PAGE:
The U.S. economy grew at a slightly slower pace than originally reported in the first quarter, according to revisions released by the Commerce Department on Thursday.
The revisions show that gross domestic product -- the broadest measure of economic activity -- rose at a 2.4% annual pace in the first three months of the year, down slightly from the 2.5% pace originally reported last month.
It's typical for the Commerce Department to revise the data several times, and Thursday's report marks the second of the agency's three scheduled GDP estimates.
The report didn't significantly alter the picture of the U.S. economy. We know from the GDP report, as well as other government data, that consumer spending picked up in the first quarter, but job growth continued at roughly the same pace as in the fourth quarter of 2012.
"Today's report isn't likely to move the needle, as it contained no real surprises," said Jim Baird, partner and chief investment officer for Plante Moran Financial Advisors.
Consumer spending, which accounts for roughly two thirds of the GDP measure, rose at a 3.4% annualized pace in the first quarter. Overall, that was the fastest pick-up in consumer spending since the fourth quarter of 2010.
That growth was slightly impressive, since it coincided with lower take-home pay for most Americans, following the expiration of the payroll tax cut. On the other hand, economists also point to temporary factors at play.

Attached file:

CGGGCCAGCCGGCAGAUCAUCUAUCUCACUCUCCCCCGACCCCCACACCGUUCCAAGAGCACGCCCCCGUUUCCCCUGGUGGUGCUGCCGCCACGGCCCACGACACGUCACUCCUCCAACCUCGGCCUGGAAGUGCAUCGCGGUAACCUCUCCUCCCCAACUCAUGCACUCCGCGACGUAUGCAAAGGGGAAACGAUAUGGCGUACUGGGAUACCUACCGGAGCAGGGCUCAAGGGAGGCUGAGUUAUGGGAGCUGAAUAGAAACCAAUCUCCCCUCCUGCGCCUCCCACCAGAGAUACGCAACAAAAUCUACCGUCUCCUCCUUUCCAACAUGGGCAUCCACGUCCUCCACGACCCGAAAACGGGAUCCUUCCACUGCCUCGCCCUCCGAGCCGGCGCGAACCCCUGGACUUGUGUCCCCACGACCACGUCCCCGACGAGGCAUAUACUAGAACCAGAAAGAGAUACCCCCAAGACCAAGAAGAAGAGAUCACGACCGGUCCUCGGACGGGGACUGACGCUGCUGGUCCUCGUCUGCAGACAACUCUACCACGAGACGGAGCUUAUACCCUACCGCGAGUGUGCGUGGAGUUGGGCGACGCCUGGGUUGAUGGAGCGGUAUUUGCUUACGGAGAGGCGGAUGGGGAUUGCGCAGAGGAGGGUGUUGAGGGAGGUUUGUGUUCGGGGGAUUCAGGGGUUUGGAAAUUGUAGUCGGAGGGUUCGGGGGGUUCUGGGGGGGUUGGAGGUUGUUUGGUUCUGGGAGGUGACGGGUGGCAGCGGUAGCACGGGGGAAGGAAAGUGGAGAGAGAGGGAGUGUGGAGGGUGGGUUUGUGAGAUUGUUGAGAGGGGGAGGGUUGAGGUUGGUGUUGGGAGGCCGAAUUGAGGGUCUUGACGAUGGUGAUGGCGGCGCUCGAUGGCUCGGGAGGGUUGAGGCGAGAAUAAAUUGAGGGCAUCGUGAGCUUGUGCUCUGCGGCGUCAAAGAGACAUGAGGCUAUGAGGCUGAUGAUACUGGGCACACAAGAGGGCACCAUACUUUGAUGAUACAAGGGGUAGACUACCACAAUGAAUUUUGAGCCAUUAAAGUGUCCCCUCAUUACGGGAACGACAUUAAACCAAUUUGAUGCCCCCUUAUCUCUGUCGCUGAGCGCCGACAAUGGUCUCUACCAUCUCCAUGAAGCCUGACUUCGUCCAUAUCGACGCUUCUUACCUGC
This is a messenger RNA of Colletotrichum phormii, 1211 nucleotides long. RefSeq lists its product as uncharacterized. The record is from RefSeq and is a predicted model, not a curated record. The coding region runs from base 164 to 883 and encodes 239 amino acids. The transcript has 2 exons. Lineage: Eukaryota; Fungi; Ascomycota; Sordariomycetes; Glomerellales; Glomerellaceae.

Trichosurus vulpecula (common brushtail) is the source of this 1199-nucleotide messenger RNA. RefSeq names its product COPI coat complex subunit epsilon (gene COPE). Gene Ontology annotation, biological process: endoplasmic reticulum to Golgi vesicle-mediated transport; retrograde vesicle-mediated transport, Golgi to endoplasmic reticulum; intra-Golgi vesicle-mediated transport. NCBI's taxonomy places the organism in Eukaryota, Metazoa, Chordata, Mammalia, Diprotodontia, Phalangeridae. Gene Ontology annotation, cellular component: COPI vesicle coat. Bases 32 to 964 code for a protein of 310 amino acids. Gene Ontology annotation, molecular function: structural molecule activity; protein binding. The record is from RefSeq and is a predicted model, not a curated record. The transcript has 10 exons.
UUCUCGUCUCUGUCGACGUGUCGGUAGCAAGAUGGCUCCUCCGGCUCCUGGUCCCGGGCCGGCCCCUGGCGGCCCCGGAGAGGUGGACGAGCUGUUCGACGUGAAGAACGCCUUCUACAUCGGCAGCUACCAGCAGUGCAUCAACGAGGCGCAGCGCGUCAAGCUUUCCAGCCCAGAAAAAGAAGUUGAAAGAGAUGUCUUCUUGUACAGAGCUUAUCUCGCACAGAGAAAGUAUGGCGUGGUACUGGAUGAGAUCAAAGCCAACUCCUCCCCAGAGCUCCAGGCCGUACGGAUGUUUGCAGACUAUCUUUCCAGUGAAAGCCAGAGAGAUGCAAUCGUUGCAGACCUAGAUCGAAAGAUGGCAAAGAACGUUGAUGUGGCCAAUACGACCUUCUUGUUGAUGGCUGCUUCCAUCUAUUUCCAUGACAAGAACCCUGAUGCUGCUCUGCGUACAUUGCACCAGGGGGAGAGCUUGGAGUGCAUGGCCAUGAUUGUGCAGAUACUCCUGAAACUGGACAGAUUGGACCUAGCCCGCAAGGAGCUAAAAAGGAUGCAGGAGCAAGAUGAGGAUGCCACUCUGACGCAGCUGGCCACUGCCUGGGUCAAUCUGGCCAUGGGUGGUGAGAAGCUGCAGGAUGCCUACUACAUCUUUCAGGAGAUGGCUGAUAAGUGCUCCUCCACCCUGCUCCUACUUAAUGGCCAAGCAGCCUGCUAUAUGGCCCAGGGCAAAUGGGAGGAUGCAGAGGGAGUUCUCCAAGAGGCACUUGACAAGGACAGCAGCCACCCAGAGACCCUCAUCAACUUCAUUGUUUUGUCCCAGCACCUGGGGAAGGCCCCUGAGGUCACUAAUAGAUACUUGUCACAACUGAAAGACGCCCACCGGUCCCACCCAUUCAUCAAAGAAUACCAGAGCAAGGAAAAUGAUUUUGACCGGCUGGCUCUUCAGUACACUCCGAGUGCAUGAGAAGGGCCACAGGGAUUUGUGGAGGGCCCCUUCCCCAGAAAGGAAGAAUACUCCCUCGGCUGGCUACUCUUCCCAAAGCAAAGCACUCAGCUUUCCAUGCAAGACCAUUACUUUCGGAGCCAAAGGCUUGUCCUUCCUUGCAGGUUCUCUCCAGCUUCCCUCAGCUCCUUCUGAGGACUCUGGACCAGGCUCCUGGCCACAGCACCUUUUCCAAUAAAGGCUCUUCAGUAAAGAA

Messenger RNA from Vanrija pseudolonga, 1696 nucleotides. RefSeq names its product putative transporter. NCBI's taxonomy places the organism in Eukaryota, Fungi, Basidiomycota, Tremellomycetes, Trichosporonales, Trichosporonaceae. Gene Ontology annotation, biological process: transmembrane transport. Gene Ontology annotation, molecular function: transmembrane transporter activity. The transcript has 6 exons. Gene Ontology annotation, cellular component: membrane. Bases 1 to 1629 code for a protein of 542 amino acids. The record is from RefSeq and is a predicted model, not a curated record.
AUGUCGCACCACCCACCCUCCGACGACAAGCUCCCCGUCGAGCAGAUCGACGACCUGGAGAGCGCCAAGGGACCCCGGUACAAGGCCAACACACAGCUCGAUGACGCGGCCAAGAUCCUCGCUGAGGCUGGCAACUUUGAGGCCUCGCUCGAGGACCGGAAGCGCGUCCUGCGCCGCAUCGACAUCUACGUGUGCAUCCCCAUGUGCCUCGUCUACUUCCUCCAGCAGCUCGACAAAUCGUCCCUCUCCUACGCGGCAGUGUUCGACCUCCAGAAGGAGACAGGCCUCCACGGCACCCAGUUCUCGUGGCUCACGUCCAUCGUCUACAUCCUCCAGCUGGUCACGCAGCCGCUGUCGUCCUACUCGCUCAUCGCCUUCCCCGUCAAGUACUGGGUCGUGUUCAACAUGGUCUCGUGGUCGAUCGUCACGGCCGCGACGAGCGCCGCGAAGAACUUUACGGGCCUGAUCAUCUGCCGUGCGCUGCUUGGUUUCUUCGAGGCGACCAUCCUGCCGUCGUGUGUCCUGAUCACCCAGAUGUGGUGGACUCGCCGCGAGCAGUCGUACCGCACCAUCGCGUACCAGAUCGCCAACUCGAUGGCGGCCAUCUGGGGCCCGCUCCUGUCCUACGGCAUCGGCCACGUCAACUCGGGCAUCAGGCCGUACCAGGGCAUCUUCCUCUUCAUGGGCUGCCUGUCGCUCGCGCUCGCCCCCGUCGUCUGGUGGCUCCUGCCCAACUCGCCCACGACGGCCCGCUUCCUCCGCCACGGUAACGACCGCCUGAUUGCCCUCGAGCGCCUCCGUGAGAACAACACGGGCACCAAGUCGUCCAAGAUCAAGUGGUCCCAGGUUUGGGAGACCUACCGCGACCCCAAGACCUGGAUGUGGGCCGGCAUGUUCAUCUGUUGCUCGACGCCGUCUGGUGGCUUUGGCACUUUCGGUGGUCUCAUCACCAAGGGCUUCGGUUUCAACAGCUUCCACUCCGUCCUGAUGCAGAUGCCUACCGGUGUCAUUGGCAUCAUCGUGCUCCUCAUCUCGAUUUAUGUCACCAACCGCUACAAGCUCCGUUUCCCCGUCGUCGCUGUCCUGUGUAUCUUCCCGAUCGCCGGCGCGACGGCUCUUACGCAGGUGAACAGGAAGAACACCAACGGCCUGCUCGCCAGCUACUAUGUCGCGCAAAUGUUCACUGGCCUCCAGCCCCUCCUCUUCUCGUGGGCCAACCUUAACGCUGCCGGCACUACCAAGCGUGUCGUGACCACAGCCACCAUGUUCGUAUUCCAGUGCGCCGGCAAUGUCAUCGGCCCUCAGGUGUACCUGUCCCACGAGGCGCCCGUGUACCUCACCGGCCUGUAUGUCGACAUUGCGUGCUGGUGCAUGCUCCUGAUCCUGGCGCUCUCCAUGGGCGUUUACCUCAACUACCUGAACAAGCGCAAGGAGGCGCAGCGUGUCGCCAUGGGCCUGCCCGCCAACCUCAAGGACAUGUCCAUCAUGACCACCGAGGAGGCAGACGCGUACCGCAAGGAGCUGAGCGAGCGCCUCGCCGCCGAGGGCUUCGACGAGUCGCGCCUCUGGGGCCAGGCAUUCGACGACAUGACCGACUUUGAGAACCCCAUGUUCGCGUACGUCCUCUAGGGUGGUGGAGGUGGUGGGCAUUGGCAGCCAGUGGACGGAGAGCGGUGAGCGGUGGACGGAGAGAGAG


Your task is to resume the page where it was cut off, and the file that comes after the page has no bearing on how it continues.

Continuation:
Utilities alone accounted for about a quarter of the pick-up in consumer spending. March was also the coldest March since 2002 -- a factor that also boosted spending on heating.
Spending on financial services and health care, as well as strong auto sales, were also bright spots.
On the business side, spending on software and equipment boosted growth. Meanwhile, businesses restocked their shelves and warehouses after drawing down their inventories in the fourth quarter. That, too, is likely to be a temporary factor.
Cuts in government spending were the single biggest drag on economic growth. Without government cuts at play, the economy would have expanded at roughly a 3.4% pace.